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June 2016
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The Problem of Cyclical Attrition
Friday, June 17, 2016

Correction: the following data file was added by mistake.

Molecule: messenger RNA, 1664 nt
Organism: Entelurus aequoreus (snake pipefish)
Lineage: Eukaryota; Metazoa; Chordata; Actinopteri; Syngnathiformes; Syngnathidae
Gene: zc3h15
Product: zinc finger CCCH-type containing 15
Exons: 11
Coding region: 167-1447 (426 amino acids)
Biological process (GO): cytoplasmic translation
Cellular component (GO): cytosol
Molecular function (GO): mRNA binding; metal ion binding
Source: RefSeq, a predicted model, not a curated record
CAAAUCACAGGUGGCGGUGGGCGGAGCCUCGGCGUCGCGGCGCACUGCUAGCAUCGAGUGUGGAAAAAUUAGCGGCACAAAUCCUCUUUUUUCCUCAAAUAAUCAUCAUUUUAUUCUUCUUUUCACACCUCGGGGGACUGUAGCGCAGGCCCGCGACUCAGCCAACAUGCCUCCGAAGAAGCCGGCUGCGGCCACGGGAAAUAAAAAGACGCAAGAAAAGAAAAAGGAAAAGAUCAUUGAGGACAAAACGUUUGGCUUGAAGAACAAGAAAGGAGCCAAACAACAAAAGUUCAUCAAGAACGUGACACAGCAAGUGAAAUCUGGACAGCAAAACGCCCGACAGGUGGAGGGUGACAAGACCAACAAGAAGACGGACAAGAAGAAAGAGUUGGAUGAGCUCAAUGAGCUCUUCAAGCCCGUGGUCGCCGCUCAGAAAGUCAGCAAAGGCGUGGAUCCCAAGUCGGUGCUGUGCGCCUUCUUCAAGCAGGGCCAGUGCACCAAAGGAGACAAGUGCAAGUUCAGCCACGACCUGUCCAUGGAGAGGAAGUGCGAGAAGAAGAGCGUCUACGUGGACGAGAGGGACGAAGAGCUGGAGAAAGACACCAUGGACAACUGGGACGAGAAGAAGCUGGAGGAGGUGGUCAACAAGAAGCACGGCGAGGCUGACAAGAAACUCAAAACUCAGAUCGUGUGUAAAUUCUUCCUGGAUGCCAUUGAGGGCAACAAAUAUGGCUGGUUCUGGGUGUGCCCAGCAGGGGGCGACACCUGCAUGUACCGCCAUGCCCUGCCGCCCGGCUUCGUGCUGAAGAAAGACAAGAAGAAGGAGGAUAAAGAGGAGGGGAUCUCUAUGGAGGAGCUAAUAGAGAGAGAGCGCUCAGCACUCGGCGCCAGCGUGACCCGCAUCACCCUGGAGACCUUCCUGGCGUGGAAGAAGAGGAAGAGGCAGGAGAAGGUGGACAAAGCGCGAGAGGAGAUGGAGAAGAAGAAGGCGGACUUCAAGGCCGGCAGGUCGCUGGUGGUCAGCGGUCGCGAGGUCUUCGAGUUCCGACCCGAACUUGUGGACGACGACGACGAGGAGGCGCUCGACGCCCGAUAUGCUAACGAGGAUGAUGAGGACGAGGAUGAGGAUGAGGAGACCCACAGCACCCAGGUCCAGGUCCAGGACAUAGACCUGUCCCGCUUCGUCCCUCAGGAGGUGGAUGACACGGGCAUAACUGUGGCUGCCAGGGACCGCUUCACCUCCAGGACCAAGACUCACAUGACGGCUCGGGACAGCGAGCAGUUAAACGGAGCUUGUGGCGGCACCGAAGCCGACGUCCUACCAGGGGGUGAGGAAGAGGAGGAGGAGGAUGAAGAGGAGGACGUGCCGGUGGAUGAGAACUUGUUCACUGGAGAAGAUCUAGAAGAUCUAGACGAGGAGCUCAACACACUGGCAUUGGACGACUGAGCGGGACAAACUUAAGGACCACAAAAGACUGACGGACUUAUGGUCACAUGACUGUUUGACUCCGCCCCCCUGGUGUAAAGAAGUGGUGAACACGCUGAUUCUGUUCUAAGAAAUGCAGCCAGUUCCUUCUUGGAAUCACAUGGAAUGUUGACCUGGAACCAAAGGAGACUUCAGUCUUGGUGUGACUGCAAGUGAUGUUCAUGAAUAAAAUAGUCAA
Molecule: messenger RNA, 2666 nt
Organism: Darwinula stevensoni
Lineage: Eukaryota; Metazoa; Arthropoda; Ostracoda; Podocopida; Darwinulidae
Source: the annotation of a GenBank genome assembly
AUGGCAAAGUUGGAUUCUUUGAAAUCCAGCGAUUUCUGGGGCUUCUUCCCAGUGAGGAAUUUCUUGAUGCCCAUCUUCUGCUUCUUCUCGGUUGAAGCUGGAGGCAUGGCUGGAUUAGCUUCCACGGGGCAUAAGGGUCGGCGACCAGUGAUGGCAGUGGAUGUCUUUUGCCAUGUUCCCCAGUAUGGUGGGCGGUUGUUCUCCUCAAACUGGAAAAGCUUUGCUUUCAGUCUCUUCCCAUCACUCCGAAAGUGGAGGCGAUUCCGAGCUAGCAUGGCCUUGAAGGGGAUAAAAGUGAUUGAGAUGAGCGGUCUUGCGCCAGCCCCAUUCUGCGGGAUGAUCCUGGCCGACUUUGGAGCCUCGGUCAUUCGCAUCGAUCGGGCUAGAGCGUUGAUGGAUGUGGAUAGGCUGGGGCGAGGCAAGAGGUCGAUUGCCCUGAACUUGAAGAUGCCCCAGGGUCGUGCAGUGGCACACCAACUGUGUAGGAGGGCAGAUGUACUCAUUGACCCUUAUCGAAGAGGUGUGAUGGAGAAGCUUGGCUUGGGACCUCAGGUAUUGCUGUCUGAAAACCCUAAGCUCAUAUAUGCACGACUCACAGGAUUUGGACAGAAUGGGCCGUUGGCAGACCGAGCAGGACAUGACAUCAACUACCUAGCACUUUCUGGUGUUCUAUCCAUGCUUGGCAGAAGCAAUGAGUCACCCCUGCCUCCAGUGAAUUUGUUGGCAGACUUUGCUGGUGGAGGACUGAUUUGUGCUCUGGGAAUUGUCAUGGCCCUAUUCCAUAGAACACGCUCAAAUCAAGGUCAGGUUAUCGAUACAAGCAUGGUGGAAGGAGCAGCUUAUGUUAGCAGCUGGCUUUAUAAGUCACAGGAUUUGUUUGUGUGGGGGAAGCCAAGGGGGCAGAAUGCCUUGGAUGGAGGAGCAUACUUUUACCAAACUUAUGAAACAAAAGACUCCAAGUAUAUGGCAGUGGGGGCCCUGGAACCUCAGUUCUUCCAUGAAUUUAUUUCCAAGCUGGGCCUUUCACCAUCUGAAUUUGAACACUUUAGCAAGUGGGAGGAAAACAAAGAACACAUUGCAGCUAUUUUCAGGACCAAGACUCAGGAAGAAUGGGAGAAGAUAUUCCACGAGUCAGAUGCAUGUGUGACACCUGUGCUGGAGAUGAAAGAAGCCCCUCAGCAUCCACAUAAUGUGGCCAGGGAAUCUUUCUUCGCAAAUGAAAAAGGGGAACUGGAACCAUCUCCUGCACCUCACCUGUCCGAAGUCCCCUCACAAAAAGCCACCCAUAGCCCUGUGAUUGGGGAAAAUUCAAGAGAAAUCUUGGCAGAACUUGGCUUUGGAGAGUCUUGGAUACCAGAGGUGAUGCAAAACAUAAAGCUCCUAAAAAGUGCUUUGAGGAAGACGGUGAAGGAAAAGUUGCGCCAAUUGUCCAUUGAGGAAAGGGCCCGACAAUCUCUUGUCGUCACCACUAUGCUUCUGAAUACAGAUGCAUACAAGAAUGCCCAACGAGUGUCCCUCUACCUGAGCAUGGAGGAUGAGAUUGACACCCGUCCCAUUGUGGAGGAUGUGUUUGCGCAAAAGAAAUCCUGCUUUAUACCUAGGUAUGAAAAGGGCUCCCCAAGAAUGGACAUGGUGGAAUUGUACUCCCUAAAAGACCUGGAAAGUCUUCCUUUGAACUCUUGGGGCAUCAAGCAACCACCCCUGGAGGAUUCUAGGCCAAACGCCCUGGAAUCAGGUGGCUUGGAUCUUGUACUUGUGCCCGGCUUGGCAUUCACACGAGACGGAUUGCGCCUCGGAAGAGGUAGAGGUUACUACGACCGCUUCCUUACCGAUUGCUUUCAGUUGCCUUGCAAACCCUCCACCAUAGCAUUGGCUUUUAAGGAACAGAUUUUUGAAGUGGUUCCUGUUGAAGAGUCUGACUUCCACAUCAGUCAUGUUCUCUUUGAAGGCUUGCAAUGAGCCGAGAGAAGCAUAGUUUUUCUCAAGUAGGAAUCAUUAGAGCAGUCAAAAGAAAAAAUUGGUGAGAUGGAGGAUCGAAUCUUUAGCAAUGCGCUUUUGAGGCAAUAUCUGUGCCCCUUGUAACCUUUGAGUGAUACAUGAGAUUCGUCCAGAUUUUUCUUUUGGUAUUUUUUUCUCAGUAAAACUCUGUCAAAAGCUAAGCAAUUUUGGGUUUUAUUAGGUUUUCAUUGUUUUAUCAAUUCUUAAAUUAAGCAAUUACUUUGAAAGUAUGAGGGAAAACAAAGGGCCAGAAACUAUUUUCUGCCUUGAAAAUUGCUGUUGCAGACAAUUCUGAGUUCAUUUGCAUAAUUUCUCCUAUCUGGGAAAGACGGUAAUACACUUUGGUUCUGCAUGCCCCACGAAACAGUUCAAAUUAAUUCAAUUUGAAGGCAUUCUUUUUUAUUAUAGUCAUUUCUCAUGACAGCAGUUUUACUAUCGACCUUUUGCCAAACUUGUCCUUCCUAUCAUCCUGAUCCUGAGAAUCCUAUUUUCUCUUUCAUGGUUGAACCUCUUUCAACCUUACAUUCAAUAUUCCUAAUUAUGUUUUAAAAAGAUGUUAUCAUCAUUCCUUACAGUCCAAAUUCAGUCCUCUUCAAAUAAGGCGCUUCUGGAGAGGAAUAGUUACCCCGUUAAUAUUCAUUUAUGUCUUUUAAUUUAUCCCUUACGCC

As the modern workplace shifts, turnover rates have begun to skyrocket. Gone are the days of employees sticking with one organization their entire career, and in the new office environment, it’s rare that a worker stays on board for more than five years. However, even though this trend is evolving, it doesn’t mean organizations have figured out a way to make turnover less costly. Frontline-driven industries are hit particularly hard. One recent study found that annual turnover rates of 100 percent or more are not uncommon in these types of jobs. Essentially, year-over-year, many organizations must replace the equivalent of their entire workforce or more. When HR managers take into account the fact that it costs approximately six to nine months of an employee’s wage or salary to find and train a replacement, it becomes clear that high turnover rates and attrition are major problems. In most cases, attrition is cyclical—when employees leave, their work is piled onto the remaining employees without extra compensation—requiring new employees to “pick up the slack.” These new employees feel overworked, and may in turn quit, continuing the cycle. 

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